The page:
If that all sounds like jargon to you: our current brief was set by people invited into uni from the design industry who work at or own design studios, rather than being set by our tutors at uni. This was their first chance to see our work and give feedback before our final deadline in about two weeks.
This was my first contact with real life design-y people and I was kind of chill and I was kind of terrified. In that fateful hour, I learned a lot not just from the professionals, but from the people around me. I felt that a lot of creative people will end up working with bigger, scarier people who's opinion they really care about, so I compiled a list of tips for what or what not to do in these situations!
1. Don't rush
This is what I did! I offered to go first on the grounds of appearing enthusiastic and then put all my work out at once and flew through my presentation. I still had some good feedback, but I didn't really give them a chance to fully appreciate everything I had brought with me. My friend also told me that she had lost of people who spoke and presented so fast that you barely saw the work!
2. Bring presentation boards
So some people in my group brought sketchbooks, and some brought work on sheets, clipped together. In this setting, where we were showing our different avenues of thought and comparing ideas, those with loose sheets had work that was much easier to see and compare. Those who brought simple sketchbooks talked through them page by page, then left it on the final page whilst they received feedback. Those with sheets found it much easier to go back to their favourite parts and got a more rounded and fruitful feedback session. It also seemed a lot morre fluid than flipping backwards and forwards through a sketchbook. That said, bring your sketchbook too in case they want to look!
3. Print everything.
I saw a person show logo ideas on their phone. Do everything you can to get your work in a format that isn't going to go to sleep, run out of battery, dim the screen every 30 seconds or is only 4" wide. You can't show a phone screen to everyone at the table and it looks like you ran out of time to get to a printer. Spend the 60p or whatever and get them put on a3 boards.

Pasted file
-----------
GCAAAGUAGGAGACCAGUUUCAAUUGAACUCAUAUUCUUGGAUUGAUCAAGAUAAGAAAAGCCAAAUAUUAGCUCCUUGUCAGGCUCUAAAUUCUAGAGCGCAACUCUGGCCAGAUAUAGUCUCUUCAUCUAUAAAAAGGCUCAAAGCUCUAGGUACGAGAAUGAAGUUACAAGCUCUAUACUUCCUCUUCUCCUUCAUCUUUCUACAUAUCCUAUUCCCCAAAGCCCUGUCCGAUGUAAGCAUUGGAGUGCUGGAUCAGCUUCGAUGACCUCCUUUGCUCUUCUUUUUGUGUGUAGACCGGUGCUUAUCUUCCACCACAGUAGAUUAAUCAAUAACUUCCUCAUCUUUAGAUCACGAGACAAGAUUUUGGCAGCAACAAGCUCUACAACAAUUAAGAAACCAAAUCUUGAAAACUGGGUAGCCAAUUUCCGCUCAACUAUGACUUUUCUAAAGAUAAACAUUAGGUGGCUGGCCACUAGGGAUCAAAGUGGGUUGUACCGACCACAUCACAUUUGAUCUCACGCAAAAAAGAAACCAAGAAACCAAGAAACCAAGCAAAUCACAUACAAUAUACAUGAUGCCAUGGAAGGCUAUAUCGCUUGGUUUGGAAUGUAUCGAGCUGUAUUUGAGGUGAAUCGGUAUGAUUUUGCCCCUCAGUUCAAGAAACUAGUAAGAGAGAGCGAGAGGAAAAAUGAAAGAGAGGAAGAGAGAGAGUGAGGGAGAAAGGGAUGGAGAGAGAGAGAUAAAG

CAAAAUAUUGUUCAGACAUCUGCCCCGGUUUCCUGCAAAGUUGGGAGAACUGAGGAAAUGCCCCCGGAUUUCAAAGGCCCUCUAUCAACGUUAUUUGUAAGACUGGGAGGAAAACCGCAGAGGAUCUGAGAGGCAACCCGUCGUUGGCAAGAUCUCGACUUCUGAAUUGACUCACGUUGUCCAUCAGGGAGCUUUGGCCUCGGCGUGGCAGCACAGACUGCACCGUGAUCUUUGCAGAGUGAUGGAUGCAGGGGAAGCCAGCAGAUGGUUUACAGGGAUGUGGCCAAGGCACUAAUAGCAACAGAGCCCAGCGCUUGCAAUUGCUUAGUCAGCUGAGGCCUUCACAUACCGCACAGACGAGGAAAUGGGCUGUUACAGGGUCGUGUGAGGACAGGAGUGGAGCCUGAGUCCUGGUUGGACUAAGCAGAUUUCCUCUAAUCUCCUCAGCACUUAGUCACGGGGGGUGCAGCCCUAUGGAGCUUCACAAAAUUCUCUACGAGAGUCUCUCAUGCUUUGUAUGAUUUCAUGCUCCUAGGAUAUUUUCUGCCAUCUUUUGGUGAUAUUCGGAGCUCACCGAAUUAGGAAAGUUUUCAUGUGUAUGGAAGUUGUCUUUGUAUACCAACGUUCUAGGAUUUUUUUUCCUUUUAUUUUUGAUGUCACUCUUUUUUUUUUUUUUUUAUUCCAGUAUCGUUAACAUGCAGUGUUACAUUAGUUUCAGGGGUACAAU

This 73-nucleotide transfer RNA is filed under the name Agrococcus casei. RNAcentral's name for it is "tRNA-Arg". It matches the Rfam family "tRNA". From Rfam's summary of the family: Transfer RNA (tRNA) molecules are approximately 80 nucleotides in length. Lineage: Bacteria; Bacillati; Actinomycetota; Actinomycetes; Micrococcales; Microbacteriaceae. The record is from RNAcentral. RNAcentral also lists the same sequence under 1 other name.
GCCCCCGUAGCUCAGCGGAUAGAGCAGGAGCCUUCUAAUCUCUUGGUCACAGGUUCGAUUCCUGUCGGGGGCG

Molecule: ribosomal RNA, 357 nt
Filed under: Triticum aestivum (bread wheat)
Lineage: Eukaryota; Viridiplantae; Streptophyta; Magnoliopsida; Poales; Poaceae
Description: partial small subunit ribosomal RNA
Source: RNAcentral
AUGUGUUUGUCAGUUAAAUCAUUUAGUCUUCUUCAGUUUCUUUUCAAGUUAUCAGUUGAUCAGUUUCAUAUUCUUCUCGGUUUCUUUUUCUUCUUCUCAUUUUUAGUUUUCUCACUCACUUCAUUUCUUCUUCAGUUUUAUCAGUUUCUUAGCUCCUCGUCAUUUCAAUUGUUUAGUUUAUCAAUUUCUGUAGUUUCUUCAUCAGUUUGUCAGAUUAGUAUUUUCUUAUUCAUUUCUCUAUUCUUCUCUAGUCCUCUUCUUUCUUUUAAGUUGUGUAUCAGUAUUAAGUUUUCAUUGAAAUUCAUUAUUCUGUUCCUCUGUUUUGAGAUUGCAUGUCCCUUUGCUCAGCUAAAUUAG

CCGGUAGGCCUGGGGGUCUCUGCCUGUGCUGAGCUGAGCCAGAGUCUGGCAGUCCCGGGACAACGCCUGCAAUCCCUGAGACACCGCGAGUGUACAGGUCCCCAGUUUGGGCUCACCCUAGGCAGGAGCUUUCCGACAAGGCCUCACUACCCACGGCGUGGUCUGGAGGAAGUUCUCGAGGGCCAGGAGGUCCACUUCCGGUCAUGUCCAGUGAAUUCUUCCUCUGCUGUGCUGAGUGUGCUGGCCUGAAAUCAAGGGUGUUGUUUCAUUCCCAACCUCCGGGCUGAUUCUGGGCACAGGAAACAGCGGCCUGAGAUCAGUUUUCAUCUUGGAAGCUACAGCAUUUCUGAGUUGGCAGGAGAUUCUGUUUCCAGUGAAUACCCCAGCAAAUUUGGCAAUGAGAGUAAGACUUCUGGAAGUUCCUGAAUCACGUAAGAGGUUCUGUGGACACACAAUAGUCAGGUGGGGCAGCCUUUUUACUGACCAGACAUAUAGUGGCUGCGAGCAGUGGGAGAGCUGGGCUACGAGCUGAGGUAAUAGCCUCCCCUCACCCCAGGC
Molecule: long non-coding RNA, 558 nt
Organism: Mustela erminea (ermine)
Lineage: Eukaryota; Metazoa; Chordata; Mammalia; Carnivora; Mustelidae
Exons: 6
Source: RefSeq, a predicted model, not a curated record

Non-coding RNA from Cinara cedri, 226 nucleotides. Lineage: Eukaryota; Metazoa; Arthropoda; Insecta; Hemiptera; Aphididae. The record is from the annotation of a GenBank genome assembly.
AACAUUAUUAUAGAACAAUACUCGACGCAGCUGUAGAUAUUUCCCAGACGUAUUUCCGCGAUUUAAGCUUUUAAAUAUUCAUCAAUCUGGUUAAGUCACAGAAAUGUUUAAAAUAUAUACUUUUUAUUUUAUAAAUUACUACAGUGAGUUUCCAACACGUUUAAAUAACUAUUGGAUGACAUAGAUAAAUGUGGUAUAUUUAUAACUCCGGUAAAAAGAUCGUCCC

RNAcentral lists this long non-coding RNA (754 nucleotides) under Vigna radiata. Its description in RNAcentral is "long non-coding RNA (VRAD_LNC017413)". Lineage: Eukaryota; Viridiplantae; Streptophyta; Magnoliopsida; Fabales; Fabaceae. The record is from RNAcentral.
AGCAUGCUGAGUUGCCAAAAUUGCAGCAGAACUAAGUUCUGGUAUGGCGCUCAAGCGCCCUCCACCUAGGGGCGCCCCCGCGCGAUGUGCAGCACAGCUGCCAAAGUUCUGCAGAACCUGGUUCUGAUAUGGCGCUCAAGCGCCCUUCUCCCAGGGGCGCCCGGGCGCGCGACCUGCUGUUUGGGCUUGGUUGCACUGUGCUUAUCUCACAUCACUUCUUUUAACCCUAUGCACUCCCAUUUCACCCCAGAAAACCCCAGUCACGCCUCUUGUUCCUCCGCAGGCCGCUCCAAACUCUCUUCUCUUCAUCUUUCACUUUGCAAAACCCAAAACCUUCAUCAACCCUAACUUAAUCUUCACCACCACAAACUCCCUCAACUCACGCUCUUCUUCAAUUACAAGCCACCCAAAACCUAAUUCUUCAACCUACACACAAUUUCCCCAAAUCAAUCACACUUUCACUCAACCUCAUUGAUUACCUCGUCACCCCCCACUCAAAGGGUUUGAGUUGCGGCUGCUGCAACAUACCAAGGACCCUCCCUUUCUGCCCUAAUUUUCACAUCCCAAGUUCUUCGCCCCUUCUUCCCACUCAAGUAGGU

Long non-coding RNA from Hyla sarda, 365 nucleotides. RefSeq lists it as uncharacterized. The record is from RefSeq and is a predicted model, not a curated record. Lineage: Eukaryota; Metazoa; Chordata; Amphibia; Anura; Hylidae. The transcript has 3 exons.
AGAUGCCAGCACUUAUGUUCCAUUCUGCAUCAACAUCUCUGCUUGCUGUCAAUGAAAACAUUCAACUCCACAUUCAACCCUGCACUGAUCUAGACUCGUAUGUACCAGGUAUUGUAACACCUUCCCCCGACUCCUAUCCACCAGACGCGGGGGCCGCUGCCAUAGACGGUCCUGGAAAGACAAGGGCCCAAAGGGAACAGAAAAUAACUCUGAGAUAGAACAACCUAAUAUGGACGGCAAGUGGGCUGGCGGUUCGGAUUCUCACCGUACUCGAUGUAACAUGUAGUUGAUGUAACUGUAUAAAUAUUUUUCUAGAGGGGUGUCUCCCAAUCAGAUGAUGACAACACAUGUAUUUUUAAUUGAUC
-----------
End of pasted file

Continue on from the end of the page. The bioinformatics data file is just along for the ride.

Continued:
4. Put everything you want to show in order and double check!
I saw so many people frantically and embarrassedly flicking through their mountain of aforementioned loose sheets looking for the one they wanted to show next. It's so simple to put them in order of your design process and keep them separate from your scribbly sheets of experimentation. I went in with all my 'sketchbook' work clipped together, and a separate pile of the important stuff I needed them to see, then put them out on the table as I talked.
6. Don't tell them "how bad you are"
A tutor on my course told me that she had seen several students open their presentations with something about how bad they were at presenting, or acknowledging how bad their presentation is going.
Yes, you are terrified and you want them to have sympathy for you, but all you're doing is putting a thought in their head that they may not have even had! Have confidence in your abilities and it will reflect a heck of a lot better on you than sympathy will.
7.Present to them.
This one baffles me. When you are in these situations, you are there to show your tutor, your audience, your potential employer, etc your work, yet so many presented their work to themselves, flipping through their sketchbook without even turning it round for their audience to view. People can't see stuff properly from upside down! You should be familiar enough with your own work that you can talk about it without staring directly at it. Flip it round and talk them through the pages that way.
Disclaimer: these tips are for tutorials/feedback sessions and would not be the same advice as for job interviews and final presentations!
I'm not saying I'm the world's best presenting person over (hey, halfway through I was hit by a humongous headache and grimaced through everybody else's presentation!) but here's to better presenting skills and impressing the Kind of a Big Deals!
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